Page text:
Tourists walk past market stalls outside the Siam Centre shopping mall in Bangkok. Thai factory output dropped more than expected in December, adding to worry about how hard the country’s political turmoil is hitting the economy and raising the chance of an interest rate cut this quarter.
Thai factory output dropped more than expected in December, adding to worry about how hard the country’s political turmoil is hitting the economy and raising the chance of an interest rate cut this quarter.
Industrial output fell 6.1% in December from a year earlier. The fall was bigger than the 5.4% drop forecast in a Reuters poll and compared with a 10.6% decline in November.
December was the ninth straight month output has fallen from a year earlier. For all of 2013, output declined 3.18%. The Industry Ministry sees a 1.5-2.5% rise this year.
Last month, factory capacity utilisation was 60.1%, compared with 63.1% in November, according to the industry ministry. Average utilisation for 2013 was 64.4%, down from the previous year’s 66%.
Kampon Adireksombat, economist at Tisco Securities, said yesterday’s number signals that the economy contracted in the fourth quarter and is a “very clear indicator” Thailand is suffering because of declining domestic demand.
Thailand is scheduled to release the economic growth rate for the fourth quarter on February 17. In Thailand, production generally tracks exports, which account for more than 60% of the country’s gross domestic product.
Although the unrest has not disrupted factories or ports, it has hurt confidence, consumption and tourism as well as delayed some business expansion plans.
“The unrest impact should be limited in the short term but it will have a bigger impact if it causes investment delays in the longer term,” Somchai Harnhirun, head of the ministry’s Office of Industrial Economics, told a briefing.
As about 60-70% of industrial production relies on exports, the impact from the unrest is likely to be more on firms producing goods for the domestic market.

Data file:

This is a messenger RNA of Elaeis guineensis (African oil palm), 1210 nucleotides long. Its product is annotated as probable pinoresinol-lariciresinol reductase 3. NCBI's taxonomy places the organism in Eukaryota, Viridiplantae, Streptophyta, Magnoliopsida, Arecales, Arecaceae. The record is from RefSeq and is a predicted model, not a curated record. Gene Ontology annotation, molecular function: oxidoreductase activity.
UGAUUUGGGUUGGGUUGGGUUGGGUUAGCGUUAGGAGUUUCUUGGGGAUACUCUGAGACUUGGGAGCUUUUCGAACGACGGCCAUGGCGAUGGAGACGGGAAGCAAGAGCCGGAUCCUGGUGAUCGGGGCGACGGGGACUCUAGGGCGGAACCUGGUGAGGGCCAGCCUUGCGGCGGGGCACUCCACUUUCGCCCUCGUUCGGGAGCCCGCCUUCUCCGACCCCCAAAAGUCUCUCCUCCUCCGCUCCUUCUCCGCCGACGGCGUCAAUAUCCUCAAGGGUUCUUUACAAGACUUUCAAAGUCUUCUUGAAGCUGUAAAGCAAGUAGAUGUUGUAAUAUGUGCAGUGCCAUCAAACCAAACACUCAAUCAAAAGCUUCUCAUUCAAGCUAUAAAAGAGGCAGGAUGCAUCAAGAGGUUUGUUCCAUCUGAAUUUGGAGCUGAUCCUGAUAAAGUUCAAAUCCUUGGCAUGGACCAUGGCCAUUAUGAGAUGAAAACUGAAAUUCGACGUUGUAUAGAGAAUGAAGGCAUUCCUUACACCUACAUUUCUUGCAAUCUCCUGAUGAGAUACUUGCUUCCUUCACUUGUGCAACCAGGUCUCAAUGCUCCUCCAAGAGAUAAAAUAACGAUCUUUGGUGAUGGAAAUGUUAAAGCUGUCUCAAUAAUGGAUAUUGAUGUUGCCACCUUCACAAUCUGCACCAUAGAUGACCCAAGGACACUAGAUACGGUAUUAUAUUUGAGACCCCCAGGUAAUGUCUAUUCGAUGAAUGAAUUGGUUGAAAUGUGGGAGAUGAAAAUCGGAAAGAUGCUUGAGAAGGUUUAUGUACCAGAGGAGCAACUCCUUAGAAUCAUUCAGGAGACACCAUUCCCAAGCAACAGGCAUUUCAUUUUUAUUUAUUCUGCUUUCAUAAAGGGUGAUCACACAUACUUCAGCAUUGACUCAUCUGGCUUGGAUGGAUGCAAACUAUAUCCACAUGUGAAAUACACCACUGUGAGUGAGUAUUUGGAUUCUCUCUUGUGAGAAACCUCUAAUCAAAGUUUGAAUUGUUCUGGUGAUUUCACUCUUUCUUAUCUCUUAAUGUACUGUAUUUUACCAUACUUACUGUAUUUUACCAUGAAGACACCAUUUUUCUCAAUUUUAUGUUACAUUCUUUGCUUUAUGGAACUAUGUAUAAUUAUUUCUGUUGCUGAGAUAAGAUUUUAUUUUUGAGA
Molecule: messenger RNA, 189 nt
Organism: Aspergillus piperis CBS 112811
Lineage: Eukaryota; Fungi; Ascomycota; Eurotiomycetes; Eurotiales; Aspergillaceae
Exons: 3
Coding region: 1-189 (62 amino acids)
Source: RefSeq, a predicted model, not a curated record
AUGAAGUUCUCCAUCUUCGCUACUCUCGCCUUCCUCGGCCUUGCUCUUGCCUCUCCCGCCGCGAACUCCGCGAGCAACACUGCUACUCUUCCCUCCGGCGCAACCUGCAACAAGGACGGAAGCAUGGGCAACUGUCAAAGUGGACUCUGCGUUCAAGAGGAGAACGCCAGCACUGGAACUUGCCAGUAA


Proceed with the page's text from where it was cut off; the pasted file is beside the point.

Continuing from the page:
With the political turmoil, weak sentiment plus the fresh output data, Kampon and many other economists think there will be cut in the benchmark rate at the next Monetary Policy Committee (MPC) meeting on March 12.
“As the political unrest is likely to drag on, we expect the MPC to cut the policy rate in March and the rate may even fall further this year,” said Pragrom Pathomboorn, an economist with KGI Securities in Bangkok.
After a surprise cut in November, the MPC last week unexpectedly kept its policy rate unchanged at 2.25%, a three-year low. It said economic fundamentals remained strong and the unrest should be a short-term risk. But the vote was a close 4-3 vote, with three members supporting a cut.
Prime Minister Yingluck Shinawatra, whom protesters are trying to dislodge, has called an election for Feb. 2. Opponents are trying to disrupt it. They swarmed polling stations in Bangkok on Sunday, halting advance voting in nearly all centres.
Thailand, Southeast Asia’s second-biggest economy after Indonesia, is a regional hub and export base for top global carmakers and a major producers of hard disk drives.
While industry operations haven’t been disrupted, there is concern the political situation could cut investment.
Toyota Motor said this month it might reconsider investing up to 20bn baht ($608mn) in Thailand, and could cut production, if the unrest continued.
Pimonwan Mahujchariyawong, economist of Kasikorn Research Center, said the turmoil would inevitably affect Thailand’s short-term investment prospect. “However, if the tension eases within the second half of the year, we expect investors to resume their investment plans,” she added.
Panja Senadisai, director at export-oriented KCE Electronics, which makes printed circuit boards for the auto sector, told Reuters his company has not been affected by the political unrest.
“We have already received buying orders for February and we are running at about 90% and we do not cut production.”
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